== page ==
and development for the company’s full-time staff. TCS can give smaller firms
the opportunity to embark on projects, such as developing a new marketing
strategy or reducing operational costs, that they would otherwise lack the time
and money to do."
Despite the potential benefits, many SME managers remain
understandably cautious about entrusting a young graduate with the running of a
business-critical project. But Sutton says: "The average age of TCS
associates is 27, so they’re not exactly wet behind the ears. However, they
will be able to look at the business from a fresh perspective and apply the
latest techniques to the project."
Other sceptics are all in favour of hiring young graduates, but
believe it would be easier to do it directly.
"It probably will be simpler, but it will also be less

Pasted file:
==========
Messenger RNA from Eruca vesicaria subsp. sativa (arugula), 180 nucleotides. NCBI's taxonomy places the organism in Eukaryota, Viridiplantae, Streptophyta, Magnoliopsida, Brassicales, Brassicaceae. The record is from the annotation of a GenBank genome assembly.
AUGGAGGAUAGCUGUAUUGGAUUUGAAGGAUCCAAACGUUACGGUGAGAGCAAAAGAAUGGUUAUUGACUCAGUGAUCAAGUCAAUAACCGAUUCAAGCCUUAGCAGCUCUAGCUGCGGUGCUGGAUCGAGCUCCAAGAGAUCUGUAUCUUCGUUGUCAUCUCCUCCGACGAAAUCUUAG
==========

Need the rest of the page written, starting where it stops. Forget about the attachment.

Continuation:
effective," replies Sutton. "A key aspect of every programme is the
input from the academics at the university. The associate is employed by the
university for the duration of the project and has regular interaction with
academics who have to spend at least half a day a week at the company, with the
result that their expertise and ability is applied to the project in a way that
doesn’t happen when you hire a graduate directly."
Bath-based beverage consulting firm Zenith International set up
its first TSC scheme in 1999 in response to demands from clients to see reports
in an electronic format, recalls research and development director, Gary
"We produce a World Drinks Report, and as the internet was